I know that for the first record, or even for those first shows, there was always talk of, “This is really cool, but it still feels separated between two parties, rather than one band.”
AH: Dude it is so much different now. It feels like a real thing. It feels exactly like a real band. We’re all developing identities. It’s really cool because it’s going to be sweet to see what happens with the next record now that we have an identity. We all have things that we do in the band now. Rather than, “You do this. You play this.” There are members that are doing things. We can only go up from here.
KD: I think an interesting thing about how that live experience can translate into that next record too is that in carving out those identities, I feel like even though it’s a band it’s been something of a studio project for us in the studio. Like me and you [AH] end up doing a lot.
KD: And I feel like it’s nice to have that as an option. But I also think what this enables us to do in the comfort level we’re reaching here is that the next record can be more like a rock band playing songs; rather than building songs in the studio.
There’s been some satellite radio play too, right?
KD: Amazing response there. Like the number one song the last couple weeks on there.
AH: Yeah, nuts.
Especially because it’s four months out since the release.
KD: Yeah four and a half or so.
AH: There’s two different ways a record can go, you know? You could put a shitload of promotion behind it and then have a really big first week and then everything will trail off, or you can try to do it organically where it will continue to grow and just steady as it goes. It feels like that’s what’s happening with this record. It’s starting to connect more and more the longer it’s been out. It’s cool.
I assume you guys are going to be really busy this year. If the record’s doing well and tours are doing better than well, is that something that you now want to try to carve out more time for Bad Books?
KD: Yeah we were having that conversation last night. Like how it’s kind of…
AH: Short answer, yes we do want to. It’s just about making that decision. And hopefully finding some sort of time for it. It’s a timing thing really. I would love to do it more though, especially since it’s going better.
Have you found that with this touring and the band being more cohesive, that you actually have wanted to do a record sooner rather than later?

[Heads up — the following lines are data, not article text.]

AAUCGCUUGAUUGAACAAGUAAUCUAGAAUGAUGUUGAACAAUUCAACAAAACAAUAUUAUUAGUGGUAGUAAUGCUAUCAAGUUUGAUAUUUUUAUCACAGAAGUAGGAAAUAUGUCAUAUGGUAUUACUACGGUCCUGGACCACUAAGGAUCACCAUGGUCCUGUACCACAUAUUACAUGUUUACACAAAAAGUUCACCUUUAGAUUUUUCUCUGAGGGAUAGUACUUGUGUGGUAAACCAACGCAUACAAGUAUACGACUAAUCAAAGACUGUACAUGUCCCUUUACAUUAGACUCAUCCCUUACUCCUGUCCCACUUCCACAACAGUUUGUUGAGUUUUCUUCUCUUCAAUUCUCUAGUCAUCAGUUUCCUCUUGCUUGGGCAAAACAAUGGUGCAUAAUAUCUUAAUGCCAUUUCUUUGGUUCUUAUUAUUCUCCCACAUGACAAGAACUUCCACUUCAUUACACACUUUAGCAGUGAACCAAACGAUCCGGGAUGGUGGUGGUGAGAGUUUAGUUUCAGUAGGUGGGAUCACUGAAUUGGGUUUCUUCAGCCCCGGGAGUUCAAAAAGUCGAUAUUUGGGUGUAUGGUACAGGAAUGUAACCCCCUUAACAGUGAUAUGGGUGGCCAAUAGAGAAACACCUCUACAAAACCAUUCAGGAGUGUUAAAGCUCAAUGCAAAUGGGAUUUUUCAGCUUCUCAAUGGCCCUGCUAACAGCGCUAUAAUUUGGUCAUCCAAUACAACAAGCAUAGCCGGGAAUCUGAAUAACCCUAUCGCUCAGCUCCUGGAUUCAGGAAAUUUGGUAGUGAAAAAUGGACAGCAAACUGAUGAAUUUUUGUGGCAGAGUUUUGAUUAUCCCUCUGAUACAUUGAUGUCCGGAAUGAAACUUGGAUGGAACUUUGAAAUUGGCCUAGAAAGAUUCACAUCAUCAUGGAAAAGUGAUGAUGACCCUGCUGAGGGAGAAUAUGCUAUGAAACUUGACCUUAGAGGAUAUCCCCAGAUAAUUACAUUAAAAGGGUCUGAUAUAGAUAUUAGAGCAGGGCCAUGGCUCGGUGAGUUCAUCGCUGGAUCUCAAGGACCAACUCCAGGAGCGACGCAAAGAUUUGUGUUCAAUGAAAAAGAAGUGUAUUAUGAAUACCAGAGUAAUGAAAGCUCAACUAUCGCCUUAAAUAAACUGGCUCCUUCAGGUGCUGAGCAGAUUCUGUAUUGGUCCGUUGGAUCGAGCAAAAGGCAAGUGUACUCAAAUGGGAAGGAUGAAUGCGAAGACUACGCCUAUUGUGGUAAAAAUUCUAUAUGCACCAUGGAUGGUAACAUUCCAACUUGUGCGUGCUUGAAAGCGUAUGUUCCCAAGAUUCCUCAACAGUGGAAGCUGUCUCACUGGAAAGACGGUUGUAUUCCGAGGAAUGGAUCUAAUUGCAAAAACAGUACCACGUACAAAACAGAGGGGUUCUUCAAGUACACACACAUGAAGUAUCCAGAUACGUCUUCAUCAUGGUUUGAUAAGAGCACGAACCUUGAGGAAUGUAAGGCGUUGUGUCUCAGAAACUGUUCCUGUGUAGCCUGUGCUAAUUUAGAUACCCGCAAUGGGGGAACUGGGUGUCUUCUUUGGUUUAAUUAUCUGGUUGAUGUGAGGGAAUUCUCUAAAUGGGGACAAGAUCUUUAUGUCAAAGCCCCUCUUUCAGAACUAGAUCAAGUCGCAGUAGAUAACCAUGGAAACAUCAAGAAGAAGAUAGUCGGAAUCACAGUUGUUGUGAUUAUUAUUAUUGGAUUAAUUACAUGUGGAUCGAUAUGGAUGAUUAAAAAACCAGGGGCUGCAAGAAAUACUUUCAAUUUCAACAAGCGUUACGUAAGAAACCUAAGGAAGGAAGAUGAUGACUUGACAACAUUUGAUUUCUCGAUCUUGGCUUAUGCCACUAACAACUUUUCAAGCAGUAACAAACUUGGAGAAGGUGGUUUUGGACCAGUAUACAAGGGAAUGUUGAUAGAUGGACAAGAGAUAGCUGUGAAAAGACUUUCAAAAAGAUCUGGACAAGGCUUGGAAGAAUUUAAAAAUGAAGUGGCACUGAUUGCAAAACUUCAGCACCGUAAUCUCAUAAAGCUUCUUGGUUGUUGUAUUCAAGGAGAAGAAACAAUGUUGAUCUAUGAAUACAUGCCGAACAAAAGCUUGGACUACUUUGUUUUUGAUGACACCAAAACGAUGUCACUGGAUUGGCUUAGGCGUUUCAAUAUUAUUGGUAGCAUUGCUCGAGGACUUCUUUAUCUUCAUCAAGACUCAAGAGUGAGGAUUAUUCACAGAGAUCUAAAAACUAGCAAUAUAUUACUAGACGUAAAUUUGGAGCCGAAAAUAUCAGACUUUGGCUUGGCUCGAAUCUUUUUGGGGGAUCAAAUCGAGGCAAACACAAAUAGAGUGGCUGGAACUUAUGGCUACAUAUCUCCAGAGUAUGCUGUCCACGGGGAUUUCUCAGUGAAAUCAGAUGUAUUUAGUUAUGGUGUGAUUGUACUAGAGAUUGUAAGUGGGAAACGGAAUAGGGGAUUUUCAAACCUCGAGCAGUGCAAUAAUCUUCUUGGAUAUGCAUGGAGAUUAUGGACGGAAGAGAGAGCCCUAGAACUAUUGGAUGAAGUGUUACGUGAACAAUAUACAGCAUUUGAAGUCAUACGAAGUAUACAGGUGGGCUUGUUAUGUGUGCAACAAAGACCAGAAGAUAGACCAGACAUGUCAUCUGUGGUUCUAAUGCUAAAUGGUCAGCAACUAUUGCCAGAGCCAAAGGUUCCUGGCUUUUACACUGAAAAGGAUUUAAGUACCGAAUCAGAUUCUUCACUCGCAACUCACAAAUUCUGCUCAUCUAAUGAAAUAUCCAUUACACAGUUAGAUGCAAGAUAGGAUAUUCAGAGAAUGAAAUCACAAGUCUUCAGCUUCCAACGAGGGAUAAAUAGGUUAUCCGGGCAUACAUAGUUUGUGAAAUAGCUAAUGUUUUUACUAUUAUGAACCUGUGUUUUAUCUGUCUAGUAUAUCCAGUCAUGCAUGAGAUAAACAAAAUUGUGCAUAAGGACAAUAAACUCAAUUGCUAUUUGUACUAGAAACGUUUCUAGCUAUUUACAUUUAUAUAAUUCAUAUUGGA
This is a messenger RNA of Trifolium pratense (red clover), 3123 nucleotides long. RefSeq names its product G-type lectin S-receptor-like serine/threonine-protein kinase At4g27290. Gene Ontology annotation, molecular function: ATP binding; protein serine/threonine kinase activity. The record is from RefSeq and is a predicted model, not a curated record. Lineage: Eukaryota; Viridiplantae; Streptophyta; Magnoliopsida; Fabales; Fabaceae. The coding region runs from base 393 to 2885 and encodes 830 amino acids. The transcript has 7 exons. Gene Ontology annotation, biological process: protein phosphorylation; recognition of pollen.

KD: We haven’t really talked about that yet. We’ve talked a little bit about doing it, but not about a timeline for it. Because I don’t really know, realistically, what that would look like.
AH: That’s the thing is when we could do it. But yeah, I certianly am in my head, being on this tour like, “Yeah we should be writing and we should go in immediately and go make another record.”
It’s a good problem to have.
KD: Yeah. It’s a luxury problem; it’s awesome.
In terms of Bad Books as a separate entity, do you think there are people now that are just Bad Books fans?
KD: I kind of do. Or I kind of feel like there are people who are more… there are definitely people who like it of it’s own merit. And I think that maybe there are some who even like it more than they like either of our things. Probably not the majority. The majority is probably still kids that are coming from Manchester’s world and my world. But I think it’s built itself into it’s own formidable entity. It’s totally amazing, yeah.
AH: It helps a lot that the second record is just such a… in my opinion, stronger album than the first record. The first record is kind of your perfect stereotypical first album for a band. It’s rough and a lot of loose ends. It’s going in all directions, we hadn’t really found out who we are. I’m stoked that we started with something that, you know, I’d saw was a three star record. I’d say this one is a four star record. Now we’re going to try to make a five star record.
Will Bad Books be going to rest for now until there is more time?
KD: Yeah I guess we’ll figure out what happens.
AH: Hopefully going to try to play as many festivals as we can and get some… We’re down to work. And honestly working with Kevin is a lot easier than working on my own. Not that I’m working on my own with Manchester, but just being the sole front guy, it’s just half the work. It feels nice.
KD: It’s totally noticable. It’s lovely. I feel like Bad Books tour is like… It’s still in a van and a trailer and all that stuff, but the fact that it’s other people doing this stuff sometimes, I’m like, “This is sick. Just hanging out while someone sells the merch… that’s amazing!”
Are we cool to talk about prospecitve projects?
KD: I really wish you wouldn’t… Yeah I don’t care.
AH: What do you mean?
KD: Like Manchester and me.
AH: Oh yeah.
KD: But I have to answer all of the Manchester questions and he has to answer all the the…
AH: That would be cool.